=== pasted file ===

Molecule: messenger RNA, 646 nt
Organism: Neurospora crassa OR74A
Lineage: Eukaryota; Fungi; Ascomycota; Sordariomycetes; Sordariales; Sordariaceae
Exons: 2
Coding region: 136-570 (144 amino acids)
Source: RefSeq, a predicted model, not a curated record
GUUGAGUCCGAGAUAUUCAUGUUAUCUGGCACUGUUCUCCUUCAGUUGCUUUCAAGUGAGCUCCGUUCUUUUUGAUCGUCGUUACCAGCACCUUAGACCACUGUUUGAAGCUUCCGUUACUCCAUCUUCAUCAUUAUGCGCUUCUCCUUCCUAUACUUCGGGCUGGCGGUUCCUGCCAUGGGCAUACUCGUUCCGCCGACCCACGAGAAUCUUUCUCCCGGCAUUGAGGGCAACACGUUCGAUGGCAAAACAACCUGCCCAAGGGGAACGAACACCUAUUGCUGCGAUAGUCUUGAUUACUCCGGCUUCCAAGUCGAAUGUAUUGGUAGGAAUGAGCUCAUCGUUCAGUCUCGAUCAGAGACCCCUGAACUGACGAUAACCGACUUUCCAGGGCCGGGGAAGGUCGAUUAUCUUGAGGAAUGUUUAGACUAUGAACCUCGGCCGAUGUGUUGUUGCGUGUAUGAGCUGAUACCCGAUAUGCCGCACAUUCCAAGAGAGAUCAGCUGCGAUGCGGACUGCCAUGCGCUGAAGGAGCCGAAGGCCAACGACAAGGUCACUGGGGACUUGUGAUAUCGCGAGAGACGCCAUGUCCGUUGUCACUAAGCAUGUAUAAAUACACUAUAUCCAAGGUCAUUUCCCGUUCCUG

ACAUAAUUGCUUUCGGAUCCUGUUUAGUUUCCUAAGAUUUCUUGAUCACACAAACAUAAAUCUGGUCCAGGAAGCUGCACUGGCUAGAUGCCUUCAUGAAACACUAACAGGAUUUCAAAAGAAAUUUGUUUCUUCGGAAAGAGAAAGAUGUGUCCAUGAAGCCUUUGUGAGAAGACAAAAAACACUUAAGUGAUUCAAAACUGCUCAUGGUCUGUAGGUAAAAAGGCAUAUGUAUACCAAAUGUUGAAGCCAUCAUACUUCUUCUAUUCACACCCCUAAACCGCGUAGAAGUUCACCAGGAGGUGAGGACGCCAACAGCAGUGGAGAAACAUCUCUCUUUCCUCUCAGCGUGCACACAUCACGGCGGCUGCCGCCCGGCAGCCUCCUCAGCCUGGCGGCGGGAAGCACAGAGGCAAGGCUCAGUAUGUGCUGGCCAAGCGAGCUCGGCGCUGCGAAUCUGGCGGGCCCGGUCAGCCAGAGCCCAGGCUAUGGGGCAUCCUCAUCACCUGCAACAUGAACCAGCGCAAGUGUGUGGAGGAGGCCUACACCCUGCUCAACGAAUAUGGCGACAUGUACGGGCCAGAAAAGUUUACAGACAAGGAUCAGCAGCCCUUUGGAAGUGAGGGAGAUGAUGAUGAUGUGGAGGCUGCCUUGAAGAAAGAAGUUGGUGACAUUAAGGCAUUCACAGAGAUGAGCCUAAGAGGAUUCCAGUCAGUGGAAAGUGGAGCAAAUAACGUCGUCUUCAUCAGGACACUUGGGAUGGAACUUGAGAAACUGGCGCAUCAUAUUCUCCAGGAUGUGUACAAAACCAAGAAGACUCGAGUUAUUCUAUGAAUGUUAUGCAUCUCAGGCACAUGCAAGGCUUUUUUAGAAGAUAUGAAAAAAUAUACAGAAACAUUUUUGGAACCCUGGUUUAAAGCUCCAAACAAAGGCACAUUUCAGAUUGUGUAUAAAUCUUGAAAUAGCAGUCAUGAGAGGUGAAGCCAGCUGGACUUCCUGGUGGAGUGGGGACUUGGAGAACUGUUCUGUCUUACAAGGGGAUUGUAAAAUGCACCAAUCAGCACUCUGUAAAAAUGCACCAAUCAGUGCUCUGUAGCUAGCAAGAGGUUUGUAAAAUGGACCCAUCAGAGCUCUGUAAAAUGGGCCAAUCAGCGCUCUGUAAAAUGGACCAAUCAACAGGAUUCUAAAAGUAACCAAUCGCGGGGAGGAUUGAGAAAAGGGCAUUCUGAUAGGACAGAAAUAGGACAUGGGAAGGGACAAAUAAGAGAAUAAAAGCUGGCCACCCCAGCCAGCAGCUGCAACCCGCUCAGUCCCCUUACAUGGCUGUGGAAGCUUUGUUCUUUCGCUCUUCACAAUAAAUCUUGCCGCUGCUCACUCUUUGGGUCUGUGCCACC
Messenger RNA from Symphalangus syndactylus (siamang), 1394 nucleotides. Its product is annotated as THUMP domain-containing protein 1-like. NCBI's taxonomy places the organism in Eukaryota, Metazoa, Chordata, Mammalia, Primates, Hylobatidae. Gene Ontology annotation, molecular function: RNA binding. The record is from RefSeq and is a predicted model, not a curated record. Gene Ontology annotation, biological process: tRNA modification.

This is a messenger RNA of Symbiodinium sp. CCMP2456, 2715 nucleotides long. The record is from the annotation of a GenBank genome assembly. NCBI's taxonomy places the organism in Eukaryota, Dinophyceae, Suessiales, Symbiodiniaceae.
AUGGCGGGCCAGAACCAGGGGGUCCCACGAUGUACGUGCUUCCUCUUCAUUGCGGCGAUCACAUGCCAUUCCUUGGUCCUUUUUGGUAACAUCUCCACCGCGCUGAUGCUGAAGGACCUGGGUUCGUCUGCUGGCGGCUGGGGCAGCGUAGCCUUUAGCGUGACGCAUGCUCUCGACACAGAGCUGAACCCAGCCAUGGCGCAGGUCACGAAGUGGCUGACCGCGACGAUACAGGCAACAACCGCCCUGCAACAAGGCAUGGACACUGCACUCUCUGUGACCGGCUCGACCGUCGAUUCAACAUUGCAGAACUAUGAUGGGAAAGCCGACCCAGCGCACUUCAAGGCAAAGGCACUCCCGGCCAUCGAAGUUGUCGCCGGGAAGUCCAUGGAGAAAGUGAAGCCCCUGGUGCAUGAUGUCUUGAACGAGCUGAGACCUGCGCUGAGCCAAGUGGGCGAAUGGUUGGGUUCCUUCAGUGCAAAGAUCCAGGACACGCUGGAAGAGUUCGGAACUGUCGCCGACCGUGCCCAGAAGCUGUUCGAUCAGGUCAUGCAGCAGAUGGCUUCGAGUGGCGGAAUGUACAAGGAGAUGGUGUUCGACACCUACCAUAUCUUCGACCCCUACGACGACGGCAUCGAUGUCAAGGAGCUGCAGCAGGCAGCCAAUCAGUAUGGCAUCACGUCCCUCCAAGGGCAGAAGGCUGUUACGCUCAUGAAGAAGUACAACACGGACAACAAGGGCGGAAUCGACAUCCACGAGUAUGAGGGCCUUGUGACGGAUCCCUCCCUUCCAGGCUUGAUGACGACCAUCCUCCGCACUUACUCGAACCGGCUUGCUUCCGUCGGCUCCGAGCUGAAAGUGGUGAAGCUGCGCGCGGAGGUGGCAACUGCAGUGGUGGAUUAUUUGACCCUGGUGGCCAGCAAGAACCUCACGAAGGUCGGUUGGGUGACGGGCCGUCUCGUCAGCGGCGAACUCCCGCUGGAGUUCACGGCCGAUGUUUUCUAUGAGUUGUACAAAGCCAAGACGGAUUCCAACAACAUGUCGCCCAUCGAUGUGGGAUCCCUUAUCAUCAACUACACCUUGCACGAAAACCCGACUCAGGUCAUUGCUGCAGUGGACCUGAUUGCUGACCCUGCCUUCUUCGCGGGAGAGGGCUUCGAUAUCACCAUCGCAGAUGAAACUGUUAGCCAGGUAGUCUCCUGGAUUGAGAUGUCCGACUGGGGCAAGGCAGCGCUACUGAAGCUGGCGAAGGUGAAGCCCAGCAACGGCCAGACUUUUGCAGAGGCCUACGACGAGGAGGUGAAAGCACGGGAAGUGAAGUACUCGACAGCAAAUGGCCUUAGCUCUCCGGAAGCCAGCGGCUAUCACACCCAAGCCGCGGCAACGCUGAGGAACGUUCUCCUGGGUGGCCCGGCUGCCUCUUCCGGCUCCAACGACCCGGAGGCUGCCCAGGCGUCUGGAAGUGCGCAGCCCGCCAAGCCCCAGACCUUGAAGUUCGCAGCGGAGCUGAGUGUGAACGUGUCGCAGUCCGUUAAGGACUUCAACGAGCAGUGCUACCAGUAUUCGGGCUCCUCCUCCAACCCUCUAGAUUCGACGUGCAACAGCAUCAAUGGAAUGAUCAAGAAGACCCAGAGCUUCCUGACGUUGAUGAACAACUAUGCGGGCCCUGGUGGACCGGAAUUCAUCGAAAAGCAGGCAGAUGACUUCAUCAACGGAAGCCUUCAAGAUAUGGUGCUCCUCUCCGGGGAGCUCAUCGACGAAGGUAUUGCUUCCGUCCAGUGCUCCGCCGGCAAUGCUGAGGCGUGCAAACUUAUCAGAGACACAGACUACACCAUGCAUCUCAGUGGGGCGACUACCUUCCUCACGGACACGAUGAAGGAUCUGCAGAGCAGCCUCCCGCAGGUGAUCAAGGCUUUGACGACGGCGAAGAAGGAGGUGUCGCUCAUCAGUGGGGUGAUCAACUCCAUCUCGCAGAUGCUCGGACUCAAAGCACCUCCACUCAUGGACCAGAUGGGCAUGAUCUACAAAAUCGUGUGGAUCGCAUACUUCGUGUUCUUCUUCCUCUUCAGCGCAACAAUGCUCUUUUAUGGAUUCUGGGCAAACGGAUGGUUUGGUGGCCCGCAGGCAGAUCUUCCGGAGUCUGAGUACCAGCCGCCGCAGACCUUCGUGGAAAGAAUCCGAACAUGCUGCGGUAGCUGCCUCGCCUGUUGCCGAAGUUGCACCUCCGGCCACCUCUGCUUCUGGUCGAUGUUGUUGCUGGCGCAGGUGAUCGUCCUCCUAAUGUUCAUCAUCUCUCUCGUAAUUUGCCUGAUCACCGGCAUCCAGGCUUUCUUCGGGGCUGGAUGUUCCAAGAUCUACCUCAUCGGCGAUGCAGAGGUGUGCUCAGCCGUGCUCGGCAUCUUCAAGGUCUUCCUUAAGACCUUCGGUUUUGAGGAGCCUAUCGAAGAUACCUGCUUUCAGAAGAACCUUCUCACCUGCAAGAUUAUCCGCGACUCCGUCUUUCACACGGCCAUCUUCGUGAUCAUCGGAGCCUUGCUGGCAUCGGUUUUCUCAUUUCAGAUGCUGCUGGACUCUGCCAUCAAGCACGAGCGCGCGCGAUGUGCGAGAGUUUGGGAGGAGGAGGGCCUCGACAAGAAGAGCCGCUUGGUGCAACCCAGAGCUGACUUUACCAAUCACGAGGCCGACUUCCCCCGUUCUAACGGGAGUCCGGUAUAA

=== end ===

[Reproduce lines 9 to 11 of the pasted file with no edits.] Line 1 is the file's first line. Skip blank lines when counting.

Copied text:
Messenger RNA from Symphalangus syndactylus (siamang), 1394 nucleotides. Its product is annotated as THUMP domain-containing protein 1-like. NCBI's taxonomy places the organism in Eukaryota, Metazoa, Chordata, Mammalia, Primates, Hylobatidae. Gene Ontology annotation, molecular function: RNA binding. The record is from RefSeq and is a predicted model, not a curated record. Gene Ontology annotation, biological process: tRNA modification.

This is a messenger RNA of Symbiodinium sp. CCMP2456, 2715 nucleotides long. The record is from the annotation of a GenBank genome assembly. NCBI's taxonomy places the organism in Eukaryota, Dinophyceae, Suessiales, Symbiodiniaceae.
AUGGCGGGCCAGAACCAGGGGGUCCCACGAUGUACGUGCUUCCUCUUCAUUGCGGCGAUCACAUGCCAUUCCUUGGUCCUUUUUGGUAACAUCUCCACCGCGCUGAUGCUGAAGGACCUGGGUUCGUCUGCUGGCGGCUGGGGCAGCGUAGCCUUUAGCGUGACGCAUGCUCUCGACACAGAGCUGAACCCAGCCAUGGCGCAGGUCACGAAGUGGCUGACCGCGACGAUACAGGCAACAACCGCCCUGCAACAAGGCAUGGACACUGCACUCUCUGUGACCGGCUCGACCGUCGAUUCAACAUUGCAGAACUAUGAUGGGAAAGCCGACCCAGCGCACUUCAAGGCAAAGGCACUCCCGGCCAUCGAAGUUGUCGCCGGGAAGUCCAUGGAGAAAGUGAAGCCCCUGGUGCAUGAUGUCUUGAACGAGCUGAGACCUGCGCUGAGCCAAGUGGGCGAAUGGUUGGGUUCCUUCAGUGCAAAGAUCCAGGACACGCUGGAAGAGUUCGGAACUGUCGCCGACCGUGCCCAGAAGCUGUUCGAUCAGGUCAUGCAGCAGAUGGCUUCGAGUGGCGGAAUGUACAAGGAGAUGGUGUUCGACACCUACCAUAUCUUCGACCCCUACGACGACGGCAUCGAUGUCAAGGAGCUGCAGCAGGCAGCCAAUCAGUAUGGCAUCACGUCCCUCCAAGGGCAGAAGGCUGUUACGCUCAUGAAGAAGUACAACACGGACAACAAGGGCGGAAUCGACAUCCACGAGUAUGAGGGCCUUGUGACGGAUCCCUCCCUUCCAGGCUUGAUGACGACCAUCCUCCGCACUUACUCGAACCGGCUUGCUUCCGUCGGCUCCGAGCUGAAAGUGGUGAAGCUGCGCGCGGAGGUGGCAACUGCAGUGGUGGAUUAUUUGACCCUGGUGGCCAGCAAGAACCUCACGAAGGUCGGUUGGGUGACGGGCCGUCUCGUCAGCGGCGAACUCCCGCUGGAGUUCACGGCCGAUGUUUUCUAUGAGUUGUACAAAGCCAAGACGGAUUCCAACAACAUGUCGCCCAUCGAUGUGGGAUCCCUUAUCAUCAACUACACCUUGCACGAAAACCCGACUCAGGUCAUUGCUGCAGUGGACCUGAUUGCUGACCCUGCCUUCUUCGCGGGAGAGGGCUUCGAUAUCACCAUCGCAGAUGAAACUGUUAGCCAGGUAGUCUCCUGGAUUGAGAUGUCCGACUGGGGCAAGGCAGCGCUACUGAAGCUGGCGAAGGUGAAGCCCAGCAACGGCCAGACUUUUGCAGAGGCCUACGACGAGGAGGUGAAAGCACGGGAAGUGAAGUACUCGACAGCAAAUGGCCUUAGCUCUCCGGAAGCCAGCGGCUAUCACACCCAAGCCGCGGCAACGCUGAGGAACGUUCUCCUGGGUGGCCCGGCUGCCUCUUCCGGCUCCAACGACCCGGAGGCUGCCCAGGCGUCUGGAAGUGCGCAGCCCGCCAAGCCCCAGACCUUGAAGUUCGCAGCGGAGCUGAGUGUGAACGUGUCGCAGUCCGUUAAGGACUUCAACGAGCAGUGCUACCAGUAUUCGGGCUCCUCCUCCAACCCUCUAGAUUCGACGUGCAACAGCAUCAAUGGAAUGAUCAAGAAGACCCAGAGCUUCCUGACGUUGAUGAACAACUAUGCGGGCCCUGGUGGACCGGAAUUCAUCGAAAAGCAGGCAGAUGACUUCAUCAACGGAAGCCUUCAAGAUAUGGUGCUCCUCUCCGGGGAGCUCAUCGACGAAGGUAUUGCUUCCGUCCAGUGCUCCGCCGGCAAUGCUGAGGCGUGCAAACUUAUCAGAGACACAGACUACACCAUGCAUCUCAGUGGGGCGACUACCUUCCUCACGGACACGAUGAAGGAUCUGCAGAGCAGCCUCCCGCAGGUGAUCAAGGCUUUGACGACGGCGAAGAAGGAGGUGUCGCUCAUCAGUGGGGUGAUCAACUCCAUCUCGCAGAUGCUCGGACUCAAAGCACCUCCACUCAUGGACCAGAUGGGCAUGAUCUACAAAAUCGUGUGGAUCGCAUACUUCGUGUUCUUCUUCCUCUUCAGCGCAACAAUGCUCUUUUAUGGAUUCUGGGCAAACGGAUGGUUUGGUGGCCCGCAGGCAGAUCUUCCGGAGUCUGAGUACCAGCCGCCGCAGACCUUCGUGGAAAGAAUCCGAACAUGCUGCGGUAGCUGCCUCGCCUGUUGCCGAAGUUGCACCUCCGGCCACCUCUGCUUCUGGUCGAUGUUGUUGCUGGCGCAGGUGAUCGUCCUCCUAAUGUUCAUCAUCUCUCUCGUAAUUUGCCUGAUCACCGGCAUCCAGGCUUUCUUCGGGGCUGGAUGUUCCAAGAUCUACCUCAUCGGCGAUGCAGAGGUGUGCUCAGCCGUGCUCGGCAUCUUCAAGGUCUUCCUUAAGACCUUCGGUUUUGAGGAGCCUAUCGAAGAUACCUGCUUUCAGAAGAACCUUCUCACCUGCAAGAUUAUCCGCGACUCCGUCUUUCACACGGCCAUCUUCGUGAUCAUCGGAGCCUUGCUGGCAUCGGUUUUCUCAUUUCAGAUGCUGCUGGACUCUGCCAUCAAGCACGAGCGCGCGCGAUGUGCGAGAGUUUGGGAGGAGGAGGGCCUCGACAAGAAGAGCCGCUUGGUGCAACCCAGAGCUGACUUUACCAAUCACGAGGCCGACUUCCCCCGUUCUAACGGGAGUCCGGUAUAA